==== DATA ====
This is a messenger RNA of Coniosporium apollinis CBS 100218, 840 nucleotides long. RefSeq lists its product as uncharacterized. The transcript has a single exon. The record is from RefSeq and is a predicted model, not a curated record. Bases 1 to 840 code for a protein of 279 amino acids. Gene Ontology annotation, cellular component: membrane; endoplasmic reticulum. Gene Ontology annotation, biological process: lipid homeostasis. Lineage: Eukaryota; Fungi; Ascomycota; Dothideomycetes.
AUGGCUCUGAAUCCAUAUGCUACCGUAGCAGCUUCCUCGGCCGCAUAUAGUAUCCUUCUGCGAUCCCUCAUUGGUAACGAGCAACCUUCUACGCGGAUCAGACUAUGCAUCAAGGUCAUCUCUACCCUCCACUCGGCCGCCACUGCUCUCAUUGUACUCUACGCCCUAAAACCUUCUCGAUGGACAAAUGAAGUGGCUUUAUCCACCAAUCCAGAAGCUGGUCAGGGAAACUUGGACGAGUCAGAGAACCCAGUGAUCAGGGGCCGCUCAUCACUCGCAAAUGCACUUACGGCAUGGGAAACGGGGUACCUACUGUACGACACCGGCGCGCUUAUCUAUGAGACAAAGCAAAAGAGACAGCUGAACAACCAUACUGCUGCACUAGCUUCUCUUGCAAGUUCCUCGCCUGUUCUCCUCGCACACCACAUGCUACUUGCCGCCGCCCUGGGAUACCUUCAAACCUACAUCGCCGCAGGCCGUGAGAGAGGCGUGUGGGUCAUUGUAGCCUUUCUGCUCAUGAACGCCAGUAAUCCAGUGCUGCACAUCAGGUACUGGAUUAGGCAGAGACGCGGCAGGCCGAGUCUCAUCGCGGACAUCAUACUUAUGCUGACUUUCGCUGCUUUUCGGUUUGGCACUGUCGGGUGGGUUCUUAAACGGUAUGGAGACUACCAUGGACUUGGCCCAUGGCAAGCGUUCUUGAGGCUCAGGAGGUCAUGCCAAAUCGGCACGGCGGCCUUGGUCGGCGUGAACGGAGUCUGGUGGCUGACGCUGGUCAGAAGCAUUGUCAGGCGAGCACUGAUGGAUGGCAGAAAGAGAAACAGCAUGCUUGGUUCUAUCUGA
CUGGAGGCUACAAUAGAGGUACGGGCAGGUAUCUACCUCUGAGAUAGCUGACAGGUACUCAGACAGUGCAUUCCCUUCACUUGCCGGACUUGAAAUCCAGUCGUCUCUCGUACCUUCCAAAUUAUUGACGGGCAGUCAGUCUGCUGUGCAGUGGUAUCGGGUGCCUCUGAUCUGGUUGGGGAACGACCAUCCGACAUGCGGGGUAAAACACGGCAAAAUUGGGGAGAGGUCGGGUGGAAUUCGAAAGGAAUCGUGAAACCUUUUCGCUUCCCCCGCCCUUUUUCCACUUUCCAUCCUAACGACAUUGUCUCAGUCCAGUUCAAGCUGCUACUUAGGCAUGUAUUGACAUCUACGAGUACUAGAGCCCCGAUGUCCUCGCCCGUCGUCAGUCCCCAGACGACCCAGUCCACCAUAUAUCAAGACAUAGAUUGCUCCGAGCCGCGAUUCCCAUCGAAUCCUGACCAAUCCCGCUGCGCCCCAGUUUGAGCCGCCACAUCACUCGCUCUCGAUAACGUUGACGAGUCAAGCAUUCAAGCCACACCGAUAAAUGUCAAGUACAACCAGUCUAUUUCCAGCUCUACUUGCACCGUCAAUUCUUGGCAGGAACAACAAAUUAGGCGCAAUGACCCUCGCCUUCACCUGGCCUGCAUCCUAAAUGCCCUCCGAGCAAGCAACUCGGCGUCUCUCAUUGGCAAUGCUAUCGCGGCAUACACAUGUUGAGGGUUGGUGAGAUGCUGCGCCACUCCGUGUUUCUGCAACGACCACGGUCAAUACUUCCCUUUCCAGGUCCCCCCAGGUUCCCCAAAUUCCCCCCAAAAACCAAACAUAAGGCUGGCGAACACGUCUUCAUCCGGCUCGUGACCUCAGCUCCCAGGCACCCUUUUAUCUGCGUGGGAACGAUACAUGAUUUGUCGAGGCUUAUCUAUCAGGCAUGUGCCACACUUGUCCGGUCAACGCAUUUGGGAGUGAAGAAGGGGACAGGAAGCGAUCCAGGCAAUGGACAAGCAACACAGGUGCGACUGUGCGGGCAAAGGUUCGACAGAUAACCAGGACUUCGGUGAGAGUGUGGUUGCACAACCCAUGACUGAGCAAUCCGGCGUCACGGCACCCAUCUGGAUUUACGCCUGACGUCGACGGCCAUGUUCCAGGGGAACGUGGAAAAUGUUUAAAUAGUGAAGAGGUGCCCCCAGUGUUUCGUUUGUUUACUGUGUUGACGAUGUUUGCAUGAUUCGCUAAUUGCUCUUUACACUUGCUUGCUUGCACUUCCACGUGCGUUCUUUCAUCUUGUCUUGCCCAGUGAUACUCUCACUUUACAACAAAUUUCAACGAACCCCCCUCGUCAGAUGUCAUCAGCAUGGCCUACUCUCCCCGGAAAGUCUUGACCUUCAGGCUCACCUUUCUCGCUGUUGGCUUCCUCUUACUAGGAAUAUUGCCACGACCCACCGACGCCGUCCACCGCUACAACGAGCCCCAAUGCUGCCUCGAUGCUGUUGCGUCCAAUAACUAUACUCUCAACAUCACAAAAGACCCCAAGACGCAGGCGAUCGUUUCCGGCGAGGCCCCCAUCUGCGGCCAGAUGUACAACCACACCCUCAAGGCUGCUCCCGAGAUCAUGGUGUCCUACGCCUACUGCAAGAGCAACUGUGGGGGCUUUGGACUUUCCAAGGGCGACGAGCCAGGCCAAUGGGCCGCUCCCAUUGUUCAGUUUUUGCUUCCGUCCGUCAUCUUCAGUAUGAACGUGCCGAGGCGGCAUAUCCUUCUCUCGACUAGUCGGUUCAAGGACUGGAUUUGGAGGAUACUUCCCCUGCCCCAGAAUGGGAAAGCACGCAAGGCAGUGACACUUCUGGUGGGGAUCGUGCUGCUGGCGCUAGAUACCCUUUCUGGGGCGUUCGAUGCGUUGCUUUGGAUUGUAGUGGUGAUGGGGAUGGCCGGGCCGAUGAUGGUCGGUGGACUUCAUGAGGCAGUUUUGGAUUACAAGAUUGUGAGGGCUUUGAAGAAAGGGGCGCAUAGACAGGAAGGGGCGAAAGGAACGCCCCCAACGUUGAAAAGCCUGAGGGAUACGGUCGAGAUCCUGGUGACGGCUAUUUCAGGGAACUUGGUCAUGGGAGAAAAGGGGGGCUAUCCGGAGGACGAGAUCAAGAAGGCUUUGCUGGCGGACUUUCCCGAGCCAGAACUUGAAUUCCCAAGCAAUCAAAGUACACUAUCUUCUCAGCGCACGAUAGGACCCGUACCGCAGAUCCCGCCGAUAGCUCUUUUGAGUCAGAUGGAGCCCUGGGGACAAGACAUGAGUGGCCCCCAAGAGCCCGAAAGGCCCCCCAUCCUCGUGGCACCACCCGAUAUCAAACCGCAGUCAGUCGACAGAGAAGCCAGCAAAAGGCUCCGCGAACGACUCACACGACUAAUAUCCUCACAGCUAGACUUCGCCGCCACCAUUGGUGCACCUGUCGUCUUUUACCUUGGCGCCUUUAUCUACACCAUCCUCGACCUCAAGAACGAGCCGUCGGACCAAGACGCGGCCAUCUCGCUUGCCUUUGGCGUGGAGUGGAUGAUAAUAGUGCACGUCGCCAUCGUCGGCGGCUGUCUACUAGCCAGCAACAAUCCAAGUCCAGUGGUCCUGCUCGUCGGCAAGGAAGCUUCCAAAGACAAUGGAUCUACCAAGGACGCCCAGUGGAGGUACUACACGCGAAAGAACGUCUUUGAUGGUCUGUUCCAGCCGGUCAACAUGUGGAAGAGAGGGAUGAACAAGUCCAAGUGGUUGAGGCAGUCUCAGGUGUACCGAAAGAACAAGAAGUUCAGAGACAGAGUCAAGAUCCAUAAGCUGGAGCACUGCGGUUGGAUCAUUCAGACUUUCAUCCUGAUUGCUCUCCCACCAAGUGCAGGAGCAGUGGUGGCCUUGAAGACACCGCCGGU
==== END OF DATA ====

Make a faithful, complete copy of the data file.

This is a messenger RNA of Coniosporium apollinis CBS 100218, 840 nucleotides long. RefSeq lists its product as uncharacterized. The transcript has a single exon. The record is from RefSeq and is a predicted model, not a curated record. Bases 1 to 840 code for a protein of 279 amino acids. Gene Ontology annotation, cellular component: membrane; endoplasmic reticulum. Gene Ontology annotation, biological process: lipid homeostasis. Lineage: Eukaryota; Fungi; Ascomycota; Dothideomycetes.
AUGGCUCUGAAUCCAUAUGCUACCGUAGCAGCUUCCUCGGCCGCAUAUAGUAUCCUUCUGCGAUCCCUCAUUGGUAACGAGCAACCUUCUACGCGGAUCAGACUAUGCAUCAAGGUCAUCUCUACCCUCCACUCGGCCGCCACUGCUCUCAUUGUACUCUACGCCCUAAAACCUUCUCGAUGGACAAAUGAAGUGGCUUUAUCCACCAAUCCAGAAGCUGGUCAGGGAAACUUGGACGAGUCAGAGAACCCAGUGAUCAGGGGCCGCUCAUCACUCGCAAAUGCACUUACGGCAUGGGAAACGGGGUACCUACUGUACGACACCGGCGCGCUUAUCUAUGAGACAAAGCAAAAGAGACAGCUGAACAACCAUACUGCUGCACUAGCUUCUCUUGCAAGUUCCUCGCCUGUUCUCCUCGCACACCACAUGCUACUUGCCGCCGCCCUGGGAUACCUUCAAACCUACAUCGCCGCAGGCCGUGAGAGAGGCGUGUGGGUCAUUGUAGCCUUUCUGCUCAUGAACGCCAGUAAUCCAGUGCUGCACAUCAGGUACUGGAUUAGGCAGAGACGCGGCAGGCCGAGUCUCAUCGCGGACAUCAUACUUAUGCUGACUUUCGCUGCUUUUCGGUUUGGCACUGUCGGGUGGGUUCUUAAACGGUAUGGAGACUACCAUGGACUUGGCCCAUGGCAAGCGUUCUUGAGGCUCAGGAGGUCAUGCCAAAUCGGCACGGCGGCCUUGGUCGGCGUGAACGGAGUCUGGUGGCUGACGCUGGUCAGAAGCAUUGUCAGGCGAGCACUGAUGGAUGGCAGAAAGAGAAACAGCAUGCUUGGUUCUAUCUGA
CUGGAGGCUACAAUAGAGGUACGGGCAGGUAUCUACCUCUGAGAUAGCUGACAGGUACUCAGACAGUGCAUUCCCUUCACUUGCCGGACUUGAAAUCCAGUCGUCUCUCGUACCUUCCAAAUUAUUGACGGGCAGUCAGUCUGCUGUGCAGUGGUAUCGGGUGCCUCUGAUCUGGUUGGGGAACGACCAUCCGACAUGCGGGGUAAAACACGGCAAAAUUGGGGAGAGGUCGGGUGGAAUUCGAAAGGAAUCGUGAAACCUUUUCGCUUCCCCCGCCCUUUUUCCACUUUCCAUCCUAACGACAUUGUCUCAGUCCAGUUCAAGCUGCUACUUAGGCAUGUAUUGACAUCUACGAGUACUAGAGCCCCGAUGUCCUCGCCCGUCGUCAGUCCCCAGACGACCCAGUCCACCAUAUAUCAAGACAUAGAUUGCUCCGAGCCGCGAUUCCCAUCGAAUCCUGACCAAUCCCGCUGCGCCCCAGUUUGAGCCGCCACAUCACUCGCUCUCGAUAACGUUGACGAGUCAAGCAUUCAAGCCACACCGAUAAAUGUCAAGUACAACCAGUCUAUUUCCAGCUCUACUUGCACCGUCAAUUCUUGGCAGGAACAACAAAUUAGGCGCAAUGACCCUCGCCUUCACCUGGCCUGCAUCCUAAAUGCCCUCCGAGCAAGCAACUCGGCGUCUCUCAUUGGCAAUGCUAUCGCGGCAUACACAUGUUGAGGGUUGGUGAGAUGCUGCGCCACUCCGUGUUUCUGCAACGACCACGGUCAAUACUUCCCUUUCCAGGUCCCCCCAGGUUCCCCAAAUUCCCCCCAAAAACCAAACAUAAGGCUGGCGAACACGUCUUCAUCCGGCUCGUGACCUCAGCUCCCAGGCACCCUUUUAUCUGCGUGGGAACGAUACAUGAUUUGUCGAGGCUUAUCUAUCAGGCAUGUGCCACACUUGUCCGGUCAACGCAUUUGGGAGUGAAGAAGGGGACAGGAAGCGAUCCAGGCAAUGGACAAGCAACACAGGUGCGACUGUGCGGGCAAAGGUUCGACAGAUAACCAGGACUUCGGUGAGAGUGUGGUUGCACAACCCAUGACUGAGCAAUCCGGCGUCACGGCACCCAUCUGGAUUUACGCCUGACGUCGACGGCCAUGUUCCAGGGGAACGUGGAAAAUGUUUAAAUAGUGAAGAGGUGCCCCCAGUGUUUCGUUUGUUUACUGUGUUGACGAUGUUUGCAUGAUUCGCUAAUUGCUCUUUACACUUGCUUGCUUGCACUUCCACGUGCGUUCUUUCAUCUUGUCUUGCCCAGUGAUACUCUCACUUUACAACAAAUUUCAACGAACCCCCCUCGUCAGAUGUCAUCAGCAUGGCCUACUCUCCCCGGAAAGUCUUGACCUUCAGGCUCACCUUUCUCGCUGUUGGCUUCCUCUUACUAGGAAUAUUGCCACGACCCACCGACGCCGUCCACCGCUACAACGAGCCCCAAUGCUGCCUCGAUGCUGUUGCGUCCAAUAACUAUACUCUCAACAUCACAAAAGACCCCAAGACGCAGGCGAUCGUUUCCGGCGAGGCCCCCAUCUGCGGCCAGAUGUACAACCACACCCUCAAGGCUGCUCCCGAGAUCAUGGUGUCCUACGCCUACUGCAAGAGCAACUGUGGGGGCUUUGGACUUUCCAAGGGCGACGAGCCAGGCCAAUGGGCCGCUCCCAUUGUUCAGUUUUUGCUUCCGUCCGUCAUCUUCAGUAUGAACGUGCCGAGGCGGCAUAUCCUUCUCUCGACUAGUCGGUUCAAGGACUGGAUUUGGAGGAUACUUCCCCUGCCCCAGAAUGGGAAAGCACGCAAGGCAGUGACACUUCUGGUGGGGAUCGUGCUGCUGGCGCUAGAUACCCUUUCUGGGGCGUUCGAUGCGUUGCUUUGGAUUGUAGUGGUGAUGGGGAUGGCCGGGCCGAUGAUGGUCGGUGGACUUCAUGAGGCAGUUUUGGAUUACAAGAUUGUGAGGGCUUUGAAGAAAGGGGCGCAUAGACAGGAAGGGGCGAAAGGAACGCCCCCAACGUUGAAAAGCCUGAGGGAUACGGUCGAGAUCCUGGUGACGGCUAUUUCAGGGAACUUGGUCAUGGGAGAAAAGGGGGGCUAUCCGGAGGACGAGAUCAAGAAGGCUUUGCUGGCGGACUUUCCCGAGCCAGAACUUGAAUUCCCAAGCAAUCAAAGUACACUAUCUUCUCAGCGCACGAUAGGACCCGUACCGCAGAUCCCGCCGAUAGCUCUUUUGAGUCAGAUGGAGCCCUGGGGACAAGACAUGAGUGGCCCCCAAGAGCCCGAAAGGCCCCCCAUCCUCGUGGCACCACCCGAUAUCAAACCGCAGUCAGUCGACAGAGAAGCCAGCAAAAGGCUCCGCGAACGACUCACACGACUAAUAUCCUCACAGCUAGACUUCGCCGCCACCAUUGGUGCACCUGUCGUCUUUUACCUUGGCGCCUUUAUCUACACCAUCCUCGACCUCAAGAACGAGCCGUCGGACCAAGACGCGGCCAUCUCGCUUGCCUUUGGCGUGGAGUGGAUGAUAAUAGUGCACGUCGCCAUCGUCGGCGGCUGUCUACUAGCCAGCAACAAUCCAAGUCCAGUGGUCCUGCUCGUCGGCAAGGAAGCUUCCAAAGACAAUGGAUCUACCAAGGACGCCCAGUGGAGGUACUACACGCGAAAGAACGUCUUUGAUGGUCUGUUCCAGCCGGUCAACAUGUGGAAGAGAGGGAUGAACAAGUCCAAGUGGUUGAGGCAGUCUCAGGUGUACCGAAAGAACAAGAAGUUCAGAGACAGAGUCAAGAUCCAUAAGCUGGAGCACUGCGGUUGGAUCAUUCAGACUUUCAUCCUGAUUGCUCUCCCACCAAGUGCAGGAGCAGUGGUGGCCUUGAAGACACCGCCGGU